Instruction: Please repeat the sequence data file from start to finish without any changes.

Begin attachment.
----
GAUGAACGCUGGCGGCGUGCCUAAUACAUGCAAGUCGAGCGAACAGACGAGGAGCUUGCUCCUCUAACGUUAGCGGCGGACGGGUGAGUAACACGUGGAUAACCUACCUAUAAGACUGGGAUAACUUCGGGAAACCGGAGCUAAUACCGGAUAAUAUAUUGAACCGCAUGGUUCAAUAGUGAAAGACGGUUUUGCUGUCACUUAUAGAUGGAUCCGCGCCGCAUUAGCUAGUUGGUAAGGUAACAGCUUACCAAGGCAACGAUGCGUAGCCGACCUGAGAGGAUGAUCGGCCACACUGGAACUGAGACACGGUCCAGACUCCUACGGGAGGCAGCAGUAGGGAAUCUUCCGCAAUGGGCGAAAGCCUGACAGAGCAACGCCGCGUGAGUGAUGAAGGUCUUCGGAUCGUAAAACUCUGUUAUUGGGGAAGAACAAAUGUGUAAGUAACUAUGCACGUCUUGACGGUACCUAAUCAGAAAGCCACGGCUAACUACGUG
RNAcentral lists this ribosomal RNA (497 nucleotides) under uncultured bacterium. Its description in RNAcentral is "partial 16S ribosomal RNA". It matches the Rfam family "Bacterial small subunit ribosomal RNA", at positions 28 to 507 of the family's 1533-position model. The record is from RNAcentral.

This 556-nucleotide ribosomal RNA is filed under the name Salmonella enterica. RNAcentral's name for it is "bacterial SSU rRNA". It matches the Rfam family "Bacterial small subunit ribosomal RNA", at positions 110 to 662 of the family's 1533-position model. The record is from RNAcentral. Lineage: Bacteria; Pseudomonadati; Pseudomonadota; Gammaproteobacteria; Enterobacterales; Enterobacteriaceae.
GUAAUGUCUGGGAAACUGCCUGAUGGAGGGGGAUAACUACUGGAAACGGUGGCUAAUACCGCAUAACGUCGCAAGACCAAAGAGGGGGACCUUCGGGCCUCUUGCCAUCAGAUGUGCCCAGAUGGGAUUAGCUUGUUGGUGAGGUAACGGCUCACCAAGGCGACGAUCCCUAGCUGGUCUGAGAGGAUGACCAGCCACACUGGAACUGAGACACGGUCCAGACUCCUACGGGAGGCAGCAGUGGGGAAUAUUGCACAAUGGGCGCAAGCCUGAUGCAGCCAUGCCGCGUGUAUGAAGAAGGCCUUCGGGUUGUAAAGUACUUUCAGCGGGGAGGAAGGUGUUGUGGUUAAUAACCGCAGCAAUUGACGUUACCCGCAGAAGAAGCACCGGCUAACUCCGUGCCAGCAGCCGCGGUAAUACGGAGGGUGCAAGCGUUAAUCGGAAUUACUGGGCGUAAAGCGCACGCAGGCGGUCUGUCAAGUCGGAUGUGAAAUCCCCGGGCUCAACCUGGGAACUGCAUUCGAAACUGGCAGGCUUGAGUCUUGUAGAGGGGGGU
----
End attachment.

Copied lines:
GAUGAACGCUGGCGGCGUGCCUAAUACAUGCAAGUCGAGCGAACAGACGAGGAGCUUGCUCCUCUAACGUUAGCGGCGGACGGGUGAGUAACACGUGGAUAACCUACCUAUAAGACUGGGAUAACUUCGGGAAACCGGAGCUAAUACCGGAUAAUAUAUUGAACCGCAUGGUUCAAUAGUGAAAGACGGUUUUGCUGUCACUUAUAGAUGGAUCCGCGCCGCAUUAGCUAGUUGGUAAGGUAACAGCUUACCAAGGCAACGAUGCGUAGCCGACCUGAGAGGAUGAUCGGCCACACUGGAACUGAGACACGGUCCAGACUCCUACGGGAGGCAGCAGUAGGGAAUCUUCCGCAAUGGGCGAAAGCCUGACAGAGCAACGCCGCGUGAGUGAUGAAGGUCUUCGGAUCGUAAAACUCUGUUAUUGGGGAAGAACAAAUGUGUAAGUAACUAUGCACGUCUUGACGGUACCUAAUCAGAAAGCCACGGCUAACUACGUG
RNAcentral lists this ribosomal RNA (497 nucleotides) under uncultured bacterium. Its description in RNAcentral is "partial 16S ribosomal RNA". It matches the Rfam family "Bacterial small subunit ribosomal RNA", at positions 28 to 507 of the family's 1533-position model. The record is from RNAcentral.

This 556-nucleotide ribosomal RNA is filed under the name Salmonella enterica. RNAcentral's name for it is "bacterial SSU rRNA". It matches the Rfam family "Bacterial small subunit ribosomal RNA", at positions 110 to 662 of the family's 1533-position model. The record is from RNAcentral. Lineage: Bacteria; Pseudomonadati; Pseudomonadota; Gammaproteobacteria; Enterobacterales; Enterobacteriaceae.
GUAAUGUCUGGGAAACUGCCUGAUGGAGGGGGAUAACUACUGGAAACGGUGGCUAAUACCGCAUAACGUCGCAAGACCAAAGAGGGGGACCUUCGGGCCUCUUGCCAUCAGAUGUGCCCAGAUGGGAUUAGCUUGUUGGUGAGGUAACGGCUCACCAAGGCGACGAUCCCUAGCUGGUCUGAGAGGAUGACCAGCCACACUGGAACUGAGACACGGUCCAGACUCCUACGGGAGGCAGCAGUGGGGAAUAUUGCACAAUGGGCGCAAGCCUGAUGCAGCCAUGCCGCGUGUAUGAAGAAGGCCUUCGGGUUGUAAAGUACUUUCAGCGGGGAGGAAGGUGUUGUGGUUAAUAACCGCAGCAAUUGACGUUACCCGCAGAAGAAGCACCGGCUAACUCCGUGCCAGCAGCCGCGGUAAUACGGAGGGUGCAAGCGUUAAUCGGAAUUACUGGGCGUAAAGCGCACGCAGGCGGUCUGUCAAGUCGGAUGUGAAAUCCCCGGGCUCAACCUGGGAACUGCAUUCGAAACUGGCAGGCUUGAGUCUUGUAGAGGGGGGU